Writing Node.js modules in ClojureScript

June 04, 2012

At SourceNinja we recently expanded our offering to track Node.js, and as part of that we released a Node.js module. I love Clojure, and used this opportunity to finally take a look at ClojureScript, and specifically using Node.js as a deploy target.

There is some documenation for running ClojureScript on top of Node.js, but so far no documentation for deploying a module written in ClojureScript to npm. Think of this post as a report describing what worked, what didn’t and where we found gaps. I’m going to assume you know Clojure, and that you have installed Node.js. If you haven’t installed Node.js yet I highly recommend you use nvm, it’s the bee’s knees.

Getting Started

Let’s get started. Create a new project directory. You’re going to need two sub-folders, one named src, and another named lib. src is for your raw ClojureScript, the lib direcory will contain the code generated by the ClojureScript compiler.

Start out with a simple ClojureScript program

As stated in other guides, in order to make this program run with Node.js you need to specify a main by setting the value of *main-cli-fn* to some function.

To compile the ClojureScript we use the incantation below. cljsc will take all *.cljs files found in the src directory, compile them to js and spit the result out via stdout. We pipe the output to a js file matching the module name in the lib directory. The fact that we use the lib directory is important, because that’s where Node.js is going to look for code.

The only option which is stricly neccessary is :target which should be set to :nodejs. This option generates a main functions which in turn calls the function specified by *main-cli-fn*. While the other are not required they will make this whole process go much smoother. We found that setting the optimizations level to anything other than :simple produced unreliable code which was difficult to debug. For our purposes heavy optimization wasn’t neccessary so I didn’t invest much effort in getting it to work, give it a shot, your millage may vary.

Most of your debugging time is going to be tracing through the generated JS code, for this reason we always enable :pretty-print which results in human-readable code being generated.

Export Functions

At this point we have a fully functional Node.js program. When we run the generated code we should see the following.

Great it works, but every time your module is included it’s going to run whatever function is bound to *main-cli-fn*. Leaving it unbound isn’t an option so we need to bind it to a noop function. The final form is below.

To turn this program into a module we need a couple small additions. The first is that we need to export/extern the public functions so that they are visible to node. We do this by adding a file lib/main.js.

You need to import the generated javascript code outputed by the ClojureScript compiler, this is done by the require("./sample.js"). The actual export is done by the next line exports.core = sample.sample.core, this makes the sample.core namespace defined by our ClojureScript program visible to node.js. All functions declared by your clojure namespace should now be accessible.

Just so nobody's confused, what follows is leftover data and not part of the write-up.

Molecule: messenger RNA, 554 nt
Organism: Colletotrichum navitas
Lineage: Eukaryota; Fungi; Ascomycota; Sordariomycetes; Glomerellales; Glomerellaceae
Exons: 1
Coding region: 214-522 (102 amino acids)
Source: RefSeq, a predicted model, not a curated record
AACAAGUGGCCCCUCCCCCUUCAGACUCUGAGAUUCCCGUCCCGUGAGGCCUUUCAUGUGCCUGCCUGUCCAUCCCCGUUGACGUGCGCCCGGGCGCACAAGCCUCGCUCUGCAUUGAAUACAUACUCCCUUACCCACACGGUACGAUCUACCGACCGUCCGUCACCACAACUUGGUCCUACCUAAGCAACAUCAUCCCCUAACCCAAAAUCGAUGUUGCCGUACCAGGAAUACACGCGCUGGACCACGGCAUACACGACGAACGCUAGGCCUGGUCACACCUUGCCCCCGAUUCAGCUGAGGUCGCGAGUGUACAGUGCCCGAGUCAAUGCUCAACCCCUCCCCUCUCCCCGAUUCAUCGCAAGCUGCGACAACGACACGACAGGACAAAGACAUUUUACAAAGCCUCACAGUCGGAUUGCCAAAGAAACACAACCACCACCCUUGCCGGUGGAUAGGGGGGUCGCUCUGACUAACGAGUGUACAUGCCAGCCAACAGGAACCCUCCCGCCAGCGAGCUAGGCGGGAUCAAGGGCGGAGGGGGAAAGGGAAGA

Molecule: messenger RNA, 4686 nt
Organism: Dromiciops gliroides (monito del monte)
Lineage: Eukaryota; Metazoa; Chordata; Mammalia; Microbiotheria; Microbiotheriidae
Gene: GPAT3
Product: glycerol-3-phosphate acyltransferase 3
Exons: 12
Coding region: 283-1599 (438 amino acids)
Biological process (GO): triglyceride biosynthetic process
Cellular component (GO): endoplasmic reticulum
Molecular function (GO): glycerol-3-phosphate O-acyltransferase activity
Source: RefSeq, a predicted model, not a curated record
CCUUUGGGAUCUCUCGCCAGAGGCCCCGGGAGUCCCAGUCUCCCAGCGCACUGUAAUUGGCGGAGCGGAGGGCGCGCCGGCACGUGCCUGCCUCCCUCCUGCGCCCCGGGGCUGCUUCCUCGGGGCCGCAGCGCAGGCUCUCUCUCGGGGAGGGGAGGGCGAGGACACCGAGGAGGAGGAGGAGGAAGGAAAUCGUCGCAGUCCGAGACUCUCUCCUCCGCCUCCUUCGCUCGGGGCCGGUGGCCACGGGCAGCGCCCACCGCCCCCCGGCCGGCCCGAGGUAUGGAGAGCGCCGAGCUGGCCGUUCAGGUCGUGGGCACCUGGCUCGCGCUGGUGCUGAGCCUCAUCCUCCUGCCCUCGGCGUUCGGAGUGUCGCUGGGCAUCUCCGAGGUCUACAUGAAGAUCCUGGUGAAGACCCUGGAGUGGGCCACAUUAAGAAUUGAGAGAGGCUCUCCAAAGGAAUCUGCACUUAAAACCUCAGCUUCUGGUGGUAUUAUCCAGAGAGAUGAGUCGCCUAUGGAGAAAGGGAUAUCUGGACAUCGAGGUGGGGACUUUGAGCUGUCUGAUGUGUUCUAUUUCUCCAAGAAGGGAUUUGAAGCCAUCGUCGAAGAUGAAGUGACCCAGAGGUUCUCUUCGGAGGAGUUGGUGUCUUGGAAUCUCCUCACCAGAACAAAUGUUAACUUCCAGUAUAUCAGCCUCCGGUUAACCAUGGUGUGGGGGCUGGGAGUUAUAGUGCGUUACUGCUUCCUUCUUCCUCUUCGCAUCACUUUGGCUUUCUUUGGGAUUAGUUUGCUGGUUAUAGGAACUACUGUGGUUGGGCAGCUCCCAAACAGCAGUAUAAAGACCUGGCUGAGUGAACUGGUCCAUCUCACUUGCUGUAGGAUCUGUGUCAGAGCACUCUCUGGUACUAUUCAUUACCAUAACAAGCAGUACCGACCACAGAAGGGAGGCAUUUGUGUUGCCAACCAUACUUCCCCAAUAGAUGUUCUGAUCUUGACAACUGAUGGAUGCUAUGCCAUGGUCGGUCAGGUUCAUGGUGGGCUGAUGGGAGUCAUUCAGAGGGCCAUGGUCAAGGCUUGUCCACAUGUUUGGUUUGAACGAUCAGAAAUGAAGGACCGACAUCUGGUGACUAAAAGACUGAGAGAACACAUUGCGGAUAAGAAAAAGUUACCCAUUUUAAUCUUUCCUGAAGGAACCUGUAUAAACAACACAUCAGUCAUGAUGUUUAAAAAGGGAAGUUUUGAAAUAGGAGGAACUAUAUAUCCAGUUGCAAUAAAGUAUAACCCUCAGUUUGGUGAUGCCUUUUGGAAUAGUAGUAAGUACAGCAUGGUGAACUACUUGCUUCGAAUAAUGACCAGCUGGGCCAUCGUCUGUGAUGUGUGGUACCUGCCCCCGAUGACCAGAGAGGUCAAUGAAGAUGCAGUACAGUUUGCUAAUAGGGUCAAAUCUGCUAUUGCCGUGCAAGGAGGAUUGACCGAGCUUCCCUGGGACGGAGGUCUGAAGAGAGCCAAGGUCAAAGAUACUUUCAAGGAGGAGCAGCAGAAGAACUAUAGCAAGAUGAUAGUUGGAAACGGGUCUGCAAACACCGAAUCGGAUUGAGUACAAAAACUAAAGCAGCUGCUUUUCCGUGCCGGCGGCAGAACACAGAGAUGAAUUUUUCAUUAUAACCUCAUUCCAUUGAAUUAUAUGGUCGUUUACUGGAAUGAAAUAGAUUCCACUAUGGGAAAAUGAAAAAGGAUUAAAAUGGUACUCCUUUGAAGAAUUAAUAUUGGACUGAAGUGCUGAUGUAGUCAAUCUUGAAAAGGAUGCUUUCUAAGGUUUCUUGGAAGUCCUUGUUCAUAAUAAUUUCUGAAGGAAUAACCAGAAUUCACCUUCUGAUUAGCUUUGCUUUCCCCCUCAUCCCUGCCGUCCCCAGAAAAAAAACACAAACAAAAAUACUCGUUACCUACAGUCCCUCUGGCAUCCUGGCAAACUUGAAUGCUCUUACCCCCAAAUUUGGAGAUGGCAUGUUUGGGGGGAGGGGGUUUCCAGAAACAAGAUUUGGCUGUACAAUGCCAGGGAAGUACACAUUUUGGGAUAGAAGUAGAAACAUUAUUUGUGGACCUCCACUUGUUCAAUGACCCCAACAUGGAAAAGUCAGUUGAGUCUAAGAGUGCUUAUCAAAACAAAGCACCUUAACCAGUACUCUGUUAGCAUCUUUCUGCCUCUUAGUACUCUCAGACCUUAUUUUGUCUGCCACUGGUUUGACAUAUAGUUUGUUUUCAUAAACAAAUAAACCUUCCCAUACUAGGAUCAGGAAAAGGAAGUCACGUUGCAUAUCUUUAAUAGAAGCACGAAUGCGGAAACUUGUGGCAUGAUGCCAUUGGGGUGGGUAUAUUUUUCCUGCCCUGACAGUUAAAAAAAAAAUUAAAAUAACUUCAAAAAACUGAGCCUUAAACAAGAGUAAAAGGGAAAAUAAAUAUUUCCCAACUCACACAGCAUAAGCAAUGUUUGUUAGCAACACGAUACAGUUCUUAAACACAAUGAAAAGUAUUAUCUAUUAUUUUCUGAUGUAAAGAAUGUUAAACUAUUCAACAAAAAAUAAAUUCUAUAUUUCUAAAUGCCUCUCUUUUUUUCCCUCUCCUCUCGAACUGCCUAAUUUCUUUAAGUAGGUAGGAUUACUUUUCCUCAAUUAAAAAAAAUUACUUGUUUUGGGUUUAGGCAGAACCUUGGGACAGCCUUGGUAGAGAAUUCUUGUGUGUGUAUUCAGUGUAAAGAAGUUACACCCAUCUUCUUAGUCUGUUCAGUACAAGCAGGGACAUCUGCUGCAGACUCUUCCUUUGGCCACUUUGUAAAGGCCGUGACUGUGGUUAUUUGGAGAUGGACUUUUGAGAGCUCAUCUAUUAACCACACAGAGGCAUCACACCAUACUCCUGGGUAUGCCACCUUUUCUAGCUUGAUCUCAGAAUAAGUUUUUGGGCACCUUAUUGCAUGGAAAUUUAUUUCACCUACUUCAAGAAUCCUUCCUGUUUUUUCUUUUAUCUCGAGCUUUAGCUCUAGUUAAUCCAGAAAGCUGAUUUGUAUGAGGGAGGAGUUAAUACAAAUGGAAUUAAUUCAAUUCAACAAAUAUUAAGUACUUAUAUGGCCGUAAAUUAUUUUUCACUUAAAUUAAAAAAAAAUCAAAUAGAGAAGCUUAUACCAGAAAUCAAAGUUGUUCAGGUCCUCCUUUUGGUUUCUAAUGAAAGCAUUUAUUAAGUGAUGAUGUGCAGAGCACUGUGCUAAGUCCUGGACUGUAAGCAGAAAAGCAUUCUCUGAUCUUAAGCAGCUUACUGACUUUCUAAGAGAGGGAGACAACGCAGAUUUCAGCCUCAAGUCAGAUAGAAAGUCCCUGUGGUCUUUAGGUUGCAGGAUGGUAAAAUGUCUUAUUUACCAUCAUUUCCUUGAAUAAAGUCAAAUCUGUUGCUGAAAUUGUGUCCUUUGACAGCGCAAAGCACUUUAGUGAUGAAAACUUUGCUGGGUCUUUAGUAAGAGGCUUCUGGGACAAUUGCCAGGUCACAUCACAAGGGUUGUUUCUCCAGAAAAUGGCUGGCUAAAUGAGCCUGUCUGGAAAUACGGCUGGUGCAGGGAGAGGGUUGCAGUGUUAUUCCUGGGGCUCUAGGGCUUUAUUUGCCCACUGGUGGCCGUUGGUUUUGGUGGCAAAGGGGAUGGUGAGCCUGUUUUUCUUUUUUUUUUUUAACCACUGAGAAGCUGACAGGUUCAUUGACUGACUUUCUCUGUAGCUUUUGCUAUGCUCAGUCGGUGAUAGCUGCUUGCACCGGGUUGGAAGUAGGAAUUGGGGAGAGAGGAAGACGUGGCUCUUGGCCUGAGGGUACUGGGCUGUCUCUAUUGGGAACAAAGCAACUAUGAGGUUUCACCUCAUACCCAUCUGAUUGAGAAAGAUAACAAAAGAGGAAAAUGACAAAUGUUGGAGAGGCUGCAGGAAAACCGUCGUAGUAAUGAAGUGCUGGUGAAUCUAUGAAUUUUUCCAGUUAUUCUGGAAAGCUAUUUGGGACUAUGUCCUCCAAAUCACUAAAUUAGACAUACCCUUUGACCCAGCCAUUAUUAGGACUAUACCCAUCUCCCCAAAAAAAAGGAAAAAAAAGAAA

Publishing the Module

The last addition is the packages.json file which lives at your project root. You can find lots of documentation for this file, so I won’t spends lots of time on it, I’ll just emphasise a couple points.

Spend some time verifying which version of Node.js introduced the functionality you require. For instance we use npm programatily, but the functionality wasn’t introduced until 6.0 which is newer than the verion deployed by Heroku. Node.js is very young, and is a bit of a moving target, spending a little time up front will prevent you from being burned. Using nvm becomes invaluable when attempting to validate your module against different versions of node. Oh, and please populate the repository and license fields, it’s just part of being a good open source citizen.

At this point from your project root you can execute npm publish and npm will walk you through creating an account and publish your module to npm.

Pro Tips

When passing data from ClojureScript to Node.js your going to need to convert it from a ClojureScript data st ructure to a javascript object. There have been various examples published of how to do this on the interwebs, but all were buggy. We settled on the following, which worked for us, but it is admittedly limited.


Unit testing can be done using the built-in clojure.test API, and that seems to be the recommended method. It should be possible to test functionality via one of the Node.js frameworks such as vows, but that’s another blog post. If you want to test the integration between other Node.js programs and your newly minted module you can create a test program which requires your module and then copy your module to the node_modules sub-directory which allows you to do pre-publish testing. This is what we do as part of our last round of testing before we publish.